The Port Angeles Fine Arts Center is hosting a “Paint the Peninsula” competition this week. Twenty six plein air artists (literally, “in the open air”) have come to town to paint and compete as they create artistic expressions of the great outdoors of the Olympic Peninsula. They came to the Dungeness Recreation Area yesterday and I visited with five of them as they worked. I’ll introduce you to the five I met, along with their work, in the coming days.
I met Jane Wallis, above, first. She has come to the competition from Poulsbo which is about an hour from Sequim. She works in oils, pastels, and watercolor.
Jane did a pen and ink sketch of her intended work before she pulled out the paint.
Here’s a closer look at her canvas. All the artists I met worked on a small scale. They bring paint and canvases for nearly a week’s work so size matters. The artists’ works are hung after they’re produced each day and are on sale at the Fine Arts Center.
Here is my camera’s perspective of Jane’s view. I arrived mid-afternoon and missed the sun all the artists enjoyed earlier in the day.
When it hasn’t been windy, rainy, or thunderous lately the light has been very autumnish.
At the first of this year I promised a series of this willow tree that I see often at one of the trailheads at Dungeness Recreation Area. Here it is in its full summer foliage. Click here to see it last January, and here to see its springtime look.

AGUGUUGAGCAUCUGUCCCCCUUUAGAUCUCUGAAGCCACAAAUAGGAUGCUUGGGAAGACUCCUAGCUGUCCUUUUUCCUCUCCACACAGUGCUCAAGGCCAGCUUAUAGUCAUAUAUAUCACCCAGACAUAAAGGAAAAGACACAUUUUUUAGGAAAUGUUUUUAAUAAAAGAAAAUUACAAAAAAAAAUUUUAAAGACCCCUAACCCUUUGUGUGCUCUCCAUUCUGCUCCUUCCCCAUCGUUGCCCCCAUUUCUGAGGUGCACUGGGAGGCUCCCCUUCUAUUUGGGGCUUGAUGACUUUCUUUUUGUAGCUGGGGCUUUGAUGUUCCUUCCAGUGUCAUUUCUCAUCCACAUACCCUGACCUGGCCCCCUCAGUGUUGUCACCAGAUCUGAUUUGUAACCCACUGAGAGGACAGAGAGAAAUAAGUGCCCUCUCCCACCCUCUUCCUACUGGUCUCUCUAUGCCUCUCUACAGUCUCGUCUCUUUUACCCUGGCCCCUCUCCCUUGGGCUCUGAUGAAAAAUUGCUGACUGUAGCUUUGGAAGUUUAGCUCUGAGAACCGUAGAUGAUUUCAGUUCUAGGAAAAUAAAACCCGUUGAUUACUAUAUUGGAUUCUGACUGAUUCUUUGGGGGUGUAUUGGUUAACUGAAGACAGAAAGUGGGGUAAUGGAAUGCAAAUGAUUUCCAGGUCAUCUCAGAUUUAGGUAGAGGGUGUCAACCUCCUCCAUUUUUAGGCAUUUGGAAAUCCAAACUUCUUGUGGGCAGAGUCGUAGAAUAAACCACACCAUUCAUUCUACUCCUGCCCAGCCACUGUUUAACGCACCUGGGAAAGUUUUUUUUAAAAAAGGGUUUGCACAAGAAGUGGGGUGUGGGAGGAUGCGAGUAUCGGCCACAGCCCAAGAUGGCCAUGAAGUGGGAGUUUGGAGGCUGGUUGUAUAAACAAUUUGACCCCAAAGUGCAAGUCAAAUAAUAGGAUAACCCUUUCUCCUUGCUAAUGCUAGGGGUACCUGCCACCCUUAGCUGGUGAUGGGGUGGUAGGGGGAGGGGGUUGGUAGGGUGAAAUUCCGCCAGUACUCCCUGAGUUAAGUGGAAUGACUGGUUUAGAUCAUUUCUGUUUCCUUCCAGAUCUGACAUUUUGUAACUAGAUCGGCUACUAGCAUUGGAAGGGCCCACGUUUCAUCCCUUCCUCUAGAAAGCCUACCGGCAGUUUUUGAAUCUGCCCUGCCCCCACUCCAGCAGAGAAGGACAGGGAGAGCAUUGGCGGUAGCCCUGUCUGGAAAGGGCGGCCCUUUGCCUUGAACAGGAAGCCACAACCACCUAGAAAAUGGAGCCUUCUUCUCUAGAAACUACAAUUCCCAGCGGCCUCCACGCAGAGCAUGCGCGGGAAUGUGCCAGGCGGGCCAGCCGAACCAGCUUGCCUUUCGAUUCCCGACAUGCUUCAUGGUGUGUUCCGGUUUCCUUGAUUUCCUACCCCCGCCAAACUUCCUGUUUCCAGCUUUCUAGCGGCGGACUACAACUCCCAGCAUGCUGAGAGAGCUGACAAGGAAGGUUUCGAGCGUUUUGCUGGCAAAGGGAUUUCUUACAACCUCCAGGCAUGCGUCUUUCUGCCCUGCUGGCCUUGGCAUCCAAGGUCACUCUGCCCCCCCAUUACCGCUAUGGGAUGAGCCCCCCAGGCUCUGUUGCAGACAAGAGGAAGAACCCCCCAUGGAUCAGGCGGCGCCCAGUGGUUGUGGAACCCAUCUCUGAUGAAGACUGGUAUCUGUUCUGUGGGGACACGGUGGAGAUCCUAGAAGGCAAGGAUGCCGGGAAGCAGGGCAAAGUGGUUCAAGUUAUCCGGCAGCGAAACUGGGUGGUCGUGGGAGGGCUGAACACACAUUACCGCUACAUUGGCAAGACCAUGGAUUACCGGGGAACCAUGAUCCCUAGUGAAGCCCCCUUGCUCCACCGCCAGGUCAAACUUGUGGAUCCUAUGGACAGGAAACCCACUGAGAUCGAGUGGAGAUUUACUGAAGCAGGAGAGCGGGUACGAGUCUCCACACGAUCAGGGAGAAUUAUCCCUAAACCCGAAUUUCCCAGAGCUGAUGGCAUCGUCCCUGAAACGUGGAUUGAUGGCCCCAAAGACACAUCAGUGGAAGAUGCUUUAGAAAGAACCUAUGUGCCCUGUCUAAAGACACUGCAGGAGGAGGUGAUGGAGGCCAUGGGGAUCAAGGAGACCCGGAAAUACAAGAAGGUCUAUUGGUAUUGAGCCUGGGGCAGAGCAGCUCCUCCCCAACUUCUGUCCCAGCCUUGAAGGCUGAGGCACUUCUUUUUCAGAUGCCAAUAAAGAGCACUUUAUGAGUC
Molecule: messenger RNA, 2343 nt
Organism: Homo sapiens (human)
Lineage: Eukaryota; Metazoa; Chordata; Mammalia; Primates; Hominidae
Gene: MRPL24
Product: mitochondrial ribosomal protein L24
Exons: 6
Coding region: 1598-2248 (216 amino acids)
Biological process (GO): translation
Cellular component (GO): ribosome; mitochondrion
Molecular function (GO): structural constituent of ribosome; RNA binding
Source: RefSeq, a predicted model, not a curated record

An aside: Today is the fourth anniversary of my blogging premiere on Sequim Daily Photo. That was 1,422 posts ago but who’s counting? Time to buy a cupcake and celebrate.
“Bicycles,” the City Daily Photo theme for August, takes me to our local bicycle race, “Tour de Dung” (as in Dungeness, the region where the race is held each March). The cyclists are very fast and often colorful.
Click here to see other interpretations of today’s theme from photo bloggers around the world.
Next weekend, July 17-19, is Sequim’s annual Lavender Weekend, an event celebrating all things lavender. As with any crop, timing can be tricky. But this year the lavender fields got the memo and are already showing off blooms. This is a view taken recently at Jardin du Soleil.
The festival features tours of our many lavender farms, a street fair, music performances, and a variety of other community events. Visitors can find an array of lavender in shades from deep purple to pink and white with varieties grown for essential oils, cooking, dried foliage, and classically beautiful landscaping. Most farms sell lavender plants, dried and fresh bouquets, and lavender infused products from soaps and lotions to spices. The view above is Olympic Lavender Farm.
We had family in town this week and went searching for eagles. We found only one, this critter. I for one wasn’t disappointed.
I’m taking a break but will re-post some favorite shots while I’m gone. This is the barn at Clark Farm.